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A fly on the wall
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Our household homeostasis recently went through a bit of an upheaval. Back in October, my wife blew out her ACL and MCL in her knee. She was supposed to go under the knife right away in November, but COVID decided to visit our house for Halloween, so that was pushed back – with the next available date in early January.

What a way to start the new year.

She’s still in the first two weeks of bed rest post-surgery, so I have spent my days at home instead of the office (and a few nights at the office instead of at home). The staff here at the office has picked up on my slack beautifully.

On Jan. 15 I received a call in the morning from Tim Salzswedel, wondering if I could send someone to the American Legion in the afternoon for a reunion of the local Desert Storm veterans. It has now been 31 years, but the 30th anniversary reunion in 2021 had been canceled. 

Well, I was the only person possibly available. I debated not attending and having pictures submitted, as I have kids at home to take care of (let alone the NFL playoffs). Instead, I decided to stop out, though not knowing what to expect, nor knowing how long I would be there (5 minutes? 30? An hour?)

I was there for three hours, and I was very glad I went.

I hung out along the back wall, near either doorway. I wanted to be a fly on the wall and listen to every veteran that got up and tell their story – their rank, their role, length of service, and an update on their lives after returning home. One by one they took turns: Driver, medic, maintenance. The list went on. There was a moment of silence for those that have passed away since coming back 31 years ago.

Then there was some mingling; a few drinks were poured; friends caught up in huddled, private conversations. I listened intently to different groups, one by one. Stories were shared of their service time together. Their deployment. Even funny stories in the years that followed.

After dinner, which Tim graciously encouraged me to join in and have something to eat, nine veterans received a Quilt of Valor. The ceremony brought a few tears, as well as a few smiles and laughs. At the end, there was an applause from the guests and fellow soldiers in the audience. 

More mingling followed. The mood was pleasant, and as a critter hanging out in the shadows, I found myself smiling over and over again. I flipped through the pages of some of the photo albums that were brought along. I perused the donated raffle items. I even talked to a few soldiers myself, some I knew, and others I didn’t – though the most common question I received was “Who are you? We we’re trying to figure out who you are.” I just smiled and answered politely, taking zero offense.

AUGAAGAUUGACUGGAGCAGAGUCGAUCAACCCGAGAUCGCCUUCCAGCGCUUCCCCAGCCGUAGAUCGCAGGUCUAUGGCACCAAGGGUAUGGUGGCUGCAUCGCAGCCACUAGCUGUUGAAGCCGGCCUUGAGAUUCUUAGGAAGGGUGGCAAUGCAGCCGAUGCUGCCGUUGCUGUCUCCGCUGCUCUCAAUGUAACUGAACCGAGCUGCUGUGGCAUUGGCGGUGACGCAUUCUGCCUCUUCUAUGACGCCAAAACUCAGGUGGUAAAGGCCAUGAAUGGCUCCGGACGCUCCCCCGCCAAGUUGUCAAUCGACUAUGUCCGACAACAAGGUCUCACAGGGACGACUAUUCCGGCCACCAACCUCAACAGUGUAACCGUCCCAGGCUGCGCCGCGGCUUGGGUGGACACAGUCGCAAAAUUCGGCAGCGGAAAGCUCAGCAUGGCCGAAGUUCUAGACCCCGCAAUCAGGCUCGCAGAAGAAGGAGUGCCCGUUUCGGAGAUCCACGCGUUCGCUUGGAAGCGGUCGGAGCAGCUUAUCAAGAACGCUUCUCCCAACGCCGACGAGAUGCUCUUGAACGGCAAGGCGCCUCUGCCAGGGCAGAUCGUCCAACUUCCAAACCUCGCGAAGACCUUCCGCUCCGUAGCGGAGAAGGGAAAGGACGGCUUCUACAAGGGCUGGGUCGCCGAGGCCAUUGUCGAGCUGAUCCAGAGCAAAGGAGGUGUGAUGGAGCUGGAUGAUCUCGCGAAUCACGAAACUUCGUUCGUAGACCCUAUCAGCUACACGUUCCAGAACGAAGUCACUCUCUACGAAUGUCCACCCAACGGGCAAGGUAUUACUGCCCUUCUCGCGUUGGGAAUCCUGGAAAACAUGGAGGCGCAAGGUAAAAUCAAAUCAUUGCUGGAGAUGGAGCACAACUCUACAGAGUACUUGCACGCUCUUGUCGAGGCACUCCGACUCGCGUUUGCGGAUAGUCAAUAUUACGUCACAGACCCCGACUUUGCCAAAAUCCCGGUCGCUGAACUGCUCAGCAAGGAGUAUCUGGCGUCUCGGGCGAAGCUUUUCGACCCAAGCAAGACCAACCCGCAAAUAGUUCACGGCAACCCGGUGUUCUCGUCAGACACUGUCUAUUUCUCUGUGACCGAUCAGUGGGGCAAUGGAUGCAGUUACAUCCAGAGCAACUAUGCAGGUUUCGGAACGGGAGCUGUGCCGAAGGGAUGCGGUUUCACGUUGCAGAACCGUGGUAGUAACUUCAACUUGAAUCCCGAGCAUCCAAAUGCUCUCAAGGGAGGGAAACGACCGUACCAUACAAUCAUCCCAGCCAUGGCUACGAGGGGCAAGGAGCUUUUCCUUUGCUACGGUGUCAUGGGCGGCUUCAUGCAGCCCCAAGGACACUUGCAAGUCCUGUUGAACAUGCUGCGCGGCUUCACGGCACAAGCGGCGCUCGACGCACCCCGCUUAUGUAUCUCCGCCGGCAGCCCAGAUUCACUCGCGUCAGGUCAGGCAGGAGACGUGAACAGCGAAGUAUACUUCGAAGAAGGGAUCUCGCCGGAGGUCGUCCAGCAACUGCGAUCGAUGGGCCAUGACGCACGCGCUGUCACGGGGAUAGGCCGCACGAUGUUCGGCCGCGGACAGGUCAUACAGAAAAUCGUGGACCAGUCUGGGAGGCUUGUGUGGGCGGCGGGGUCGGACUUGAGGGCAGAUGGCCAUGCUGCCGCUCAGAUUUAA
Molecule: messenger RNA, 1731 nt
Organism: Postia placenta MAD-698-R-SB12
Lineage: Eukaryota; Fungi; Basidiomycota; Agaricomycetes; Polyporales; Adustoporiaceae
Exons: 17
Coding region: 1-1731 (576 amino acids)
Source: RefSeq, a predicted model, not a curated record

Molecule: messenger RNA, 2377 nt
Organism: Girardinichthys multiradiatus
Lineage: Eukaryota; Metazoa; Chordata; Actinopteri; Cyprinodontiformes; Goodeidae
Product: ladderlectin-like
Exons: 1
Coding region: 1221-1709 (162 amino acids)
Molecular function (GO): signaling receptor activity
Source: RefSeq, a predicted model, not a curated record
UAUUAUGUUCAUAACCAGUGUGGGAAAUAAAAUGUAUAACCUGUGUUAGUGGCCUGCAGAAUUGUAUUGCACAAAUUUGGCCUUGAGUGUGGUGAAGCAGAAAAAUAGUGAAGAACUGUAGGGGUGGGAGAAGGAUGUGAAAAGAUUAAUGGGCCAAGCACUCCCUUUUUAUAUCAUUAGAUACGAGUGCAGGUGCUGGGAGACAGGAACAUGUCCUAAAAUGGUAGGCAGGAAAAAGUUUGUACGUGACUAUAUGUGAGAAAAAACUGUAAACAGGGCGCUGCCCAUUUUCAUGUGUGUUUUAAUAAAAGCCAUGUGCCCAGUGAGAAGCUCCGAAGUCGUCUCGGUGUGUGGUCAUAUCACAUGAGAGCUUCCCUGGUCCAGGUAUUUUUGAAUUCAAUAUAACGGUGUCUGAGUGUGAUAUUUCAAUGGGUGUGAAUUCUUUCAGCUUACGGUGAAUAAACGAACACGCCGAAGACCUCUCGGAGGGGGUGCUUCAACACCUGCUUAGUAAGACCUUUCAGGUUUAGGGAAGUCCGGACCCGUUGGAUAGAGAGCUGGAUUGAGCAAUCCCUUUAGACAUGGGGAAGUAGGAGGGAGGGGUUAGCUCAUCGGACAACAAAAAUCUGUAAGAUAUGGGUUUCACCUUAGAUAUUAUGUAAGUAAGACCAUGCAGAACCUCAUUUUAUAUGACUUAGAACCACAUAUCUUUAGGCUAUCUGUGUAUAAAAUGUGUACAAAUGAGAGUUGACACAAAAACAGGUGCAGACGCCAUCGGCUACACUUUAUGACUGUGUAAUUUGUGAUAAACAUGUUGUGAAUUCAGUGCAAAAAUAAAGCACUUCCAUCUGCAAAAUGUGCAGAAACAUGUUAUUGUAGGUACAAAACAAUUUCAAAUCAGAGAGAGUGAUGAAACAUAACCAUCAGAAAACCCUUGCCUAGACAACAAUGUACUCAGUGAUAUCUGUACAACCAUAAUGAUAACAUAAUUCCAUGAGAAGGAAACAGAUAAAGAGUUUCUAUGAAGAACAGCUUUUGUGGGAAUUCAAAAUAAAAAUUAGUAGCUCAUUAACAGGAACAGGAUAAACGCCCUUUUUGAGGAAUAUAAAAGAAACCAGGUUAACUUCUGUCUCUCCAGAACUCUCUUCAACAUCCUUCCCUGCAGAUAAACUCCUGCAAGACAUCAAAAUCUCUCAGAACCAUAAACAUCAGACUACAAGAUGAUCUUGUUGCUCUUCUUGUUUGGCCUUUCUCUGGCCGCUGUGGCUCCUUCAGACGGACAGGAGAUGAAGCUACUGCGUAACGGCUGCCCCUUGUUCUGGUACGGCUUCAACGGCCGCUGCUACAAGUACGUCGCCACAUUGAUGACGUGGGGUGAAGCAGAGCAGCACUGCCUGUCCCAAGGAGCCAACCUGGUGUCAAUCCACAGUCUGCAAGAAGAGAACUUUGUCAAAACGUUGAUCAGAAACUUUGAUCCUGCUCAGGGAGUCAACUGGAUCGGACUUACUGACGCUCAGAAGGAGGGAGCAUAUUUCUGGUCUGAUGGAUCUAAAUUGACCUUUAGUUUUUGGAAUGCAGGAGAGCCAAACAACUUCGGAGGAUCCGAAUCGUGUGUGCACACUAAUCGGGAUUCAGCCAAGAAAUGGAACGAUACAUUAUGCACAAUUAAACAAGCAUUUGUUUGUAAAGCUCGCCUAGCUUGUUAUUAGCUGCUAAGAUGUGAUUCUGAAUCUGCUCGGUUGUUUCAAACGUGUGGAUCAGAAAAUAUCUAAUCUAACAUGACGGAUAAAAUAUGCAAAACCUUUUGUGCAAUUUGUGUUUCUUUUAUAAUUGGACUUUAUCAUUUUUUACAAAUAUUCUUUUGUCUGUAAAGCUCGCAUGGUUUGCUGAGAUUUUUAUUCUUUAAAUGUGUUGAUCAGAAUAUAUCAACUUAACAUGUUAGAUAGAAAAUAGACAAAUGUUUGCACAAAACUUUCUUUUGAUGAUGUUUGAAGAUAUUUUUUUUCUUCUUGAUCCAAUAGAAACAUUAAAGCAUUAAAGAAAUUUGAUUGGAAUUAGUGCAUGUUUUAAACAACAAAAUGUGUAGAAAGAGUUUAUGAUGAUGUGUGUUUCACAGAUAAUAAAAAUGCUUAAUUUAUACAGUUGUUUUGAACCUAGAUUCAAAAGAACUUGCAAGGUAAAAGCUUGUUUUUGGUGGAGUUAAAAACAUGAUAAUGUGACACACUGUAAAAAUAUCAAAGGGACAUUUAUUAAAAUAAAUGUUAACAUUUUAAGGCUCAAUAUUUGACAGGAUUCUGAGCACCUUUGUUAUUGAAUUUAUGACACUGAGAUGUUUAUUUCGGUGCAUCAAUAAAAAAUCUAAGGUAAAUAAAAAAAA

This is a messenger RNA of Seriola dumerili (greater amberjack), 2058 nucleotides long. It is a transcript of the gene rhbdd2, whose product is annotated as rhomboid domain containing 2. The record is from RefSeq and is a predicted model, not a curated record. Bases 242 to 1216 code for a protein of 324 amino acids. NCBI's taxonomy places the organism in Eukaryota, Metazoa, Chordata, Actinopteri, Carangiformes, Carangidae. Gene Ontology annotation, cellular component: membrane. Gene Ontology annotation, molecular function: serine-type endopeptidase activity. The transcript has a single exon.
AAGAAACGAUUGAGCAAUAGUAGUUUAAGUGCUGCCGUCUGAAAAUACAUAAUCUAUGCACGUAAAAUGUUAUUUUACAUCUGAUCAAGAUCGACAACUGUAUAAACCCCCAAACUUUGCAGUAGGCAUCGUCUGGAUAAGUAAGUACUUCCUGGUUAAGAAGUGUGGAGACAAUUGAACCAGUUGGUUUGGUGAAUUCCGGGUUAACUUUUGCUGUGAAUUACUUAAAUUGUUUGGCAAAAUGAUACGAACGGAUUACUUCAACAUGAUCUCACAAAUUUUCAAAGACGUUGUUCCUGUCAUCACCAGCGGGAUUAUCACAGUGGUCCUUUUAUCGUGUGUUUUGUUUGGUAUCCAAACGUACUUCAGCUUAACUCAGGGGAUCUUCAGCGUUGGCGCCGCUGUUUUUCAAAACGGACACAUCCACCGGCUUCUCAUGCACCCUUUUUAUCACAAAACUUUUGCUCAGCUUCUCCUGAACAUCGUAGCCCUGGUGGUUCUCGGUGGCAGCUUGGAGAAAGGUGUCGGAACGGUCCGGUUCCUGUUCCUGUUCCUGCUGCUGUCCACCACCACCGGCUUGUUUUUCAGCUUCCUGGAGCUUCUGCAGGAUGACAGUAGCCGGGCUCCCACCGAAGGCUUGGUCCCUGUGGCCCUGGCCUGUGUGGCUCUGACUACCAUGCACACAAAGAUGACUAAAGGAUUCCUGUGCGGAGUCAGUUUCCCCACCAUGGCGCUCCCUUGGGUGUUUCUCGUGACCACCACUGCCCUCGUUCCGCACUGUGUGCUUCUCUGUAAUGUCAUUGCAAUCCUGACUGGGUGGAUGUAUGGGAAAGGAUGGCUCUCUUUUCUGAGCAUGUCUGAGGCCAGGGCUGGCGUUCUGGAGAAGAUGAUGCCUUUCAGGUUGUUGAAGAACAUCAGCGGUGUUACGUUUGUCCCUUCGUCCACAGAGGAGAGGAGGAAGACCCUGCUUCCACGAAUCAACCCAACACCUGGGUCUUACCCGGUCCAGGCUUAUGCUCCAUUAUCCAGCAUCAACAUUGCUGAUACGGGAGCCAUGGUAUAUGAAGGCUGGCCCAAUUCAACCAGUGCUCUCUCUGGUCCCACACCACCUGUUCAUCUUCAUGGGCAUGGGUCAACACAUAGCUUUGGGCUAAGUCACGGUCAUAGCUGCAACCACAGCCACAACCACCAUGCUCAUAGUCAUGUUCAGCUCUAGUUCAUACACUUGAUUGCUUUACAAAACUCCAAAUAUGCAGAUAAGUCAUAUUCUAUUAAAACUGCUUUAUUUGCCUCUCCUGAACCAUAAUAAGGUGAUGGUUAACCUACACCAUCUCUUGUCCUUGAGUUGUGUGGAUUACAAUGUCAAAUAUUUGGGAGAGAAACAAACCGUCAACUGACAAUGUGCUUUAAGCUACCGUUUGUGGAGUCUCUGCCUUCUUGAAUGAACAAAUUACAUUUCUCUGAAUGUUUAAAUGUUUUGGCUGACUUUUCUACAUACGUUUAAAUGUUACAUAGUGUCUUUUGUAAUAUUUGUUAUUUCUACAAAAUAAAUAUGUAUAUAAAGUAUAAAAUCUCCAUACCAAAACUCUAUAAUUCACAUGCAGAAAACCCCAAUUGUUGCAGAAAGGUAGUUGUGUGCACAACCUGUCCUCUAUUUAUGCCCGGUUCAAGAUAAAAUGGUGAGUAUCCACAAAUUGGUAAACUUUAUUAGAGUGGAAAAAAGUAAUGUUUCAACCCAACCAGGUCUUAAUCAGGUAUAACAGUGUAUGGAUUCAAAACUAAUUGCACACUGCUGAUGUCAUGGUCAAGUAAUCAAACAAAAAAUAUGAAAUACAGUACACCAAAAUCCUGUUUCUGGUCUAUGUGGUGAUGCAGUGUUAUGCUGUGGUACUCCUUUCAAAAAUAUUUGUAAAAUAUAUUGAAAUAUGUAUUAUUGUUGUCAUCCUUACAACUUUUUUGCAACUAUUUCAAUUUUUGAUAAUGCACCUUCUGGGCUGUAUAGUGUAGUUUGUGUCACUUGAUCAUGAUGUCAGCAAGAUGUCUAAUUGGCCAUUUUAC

I’ve always had a soft spot in my heart for our veterans and military personnel. Whether that makes me a good American or not is a question that never fazed me. All soldiers – veterans and present day alike – put themselves in harms way for the sake of our country. Whether they are holding a gun, or shipping supplies of guns, or something else entirely – the entire military complex is one big team, and everyone has a role to play. 

Coincidentally or not, the first parade I remember as a child was not a big Cheese Days parade, or a Disney World parade, or a homecoming parade, or the football team returning from a state championship, or a 4th of July or St. Patrick’s Day parade. The first parade I have a memory from was as a 6-year-old in 1991, wearing an American flag on my t-shirt, waving a little flag in my hand standing on the terrace at East School Park, two blocks from my great-grandma’s house. That parade was the “welcome home” parade that the citizens of City of Monroe showed up for, welcoming their family, friends and neighbors home from a military conflict. 

I heard a few veterans talk about riding into town, and that feeling of gratitude, respect and warmth they received seeing the Square packed to the brim, and the lines of people sitting and standing all the way to the fairgrounds. Hearing that even made me feel better. I was only six – there was literally nothing else I could for my country at the time than simply stand in the long line and show my thanks. It was the first moment of patriotism I felt in my life. 

That means the banquet, 31 years later, brought me full circle. I was reunited in a way with this local group of heroes. All over again, this time as a self-aware adult, I was able to thank those in attendance personally for their service. 

And to share not just my gratitude, but that of our community, we’re sharing a slew of moments I was able to capture from that evening over three pages in our B section of today’s paper. The photos will also be posted to our website and on Facebook. If you are also thankful and grateful, please “Like” and “Share” to continue promoting our mutual respect to the 1158.

– Adam Krebs is the editor of the Monroe Times and can be reached at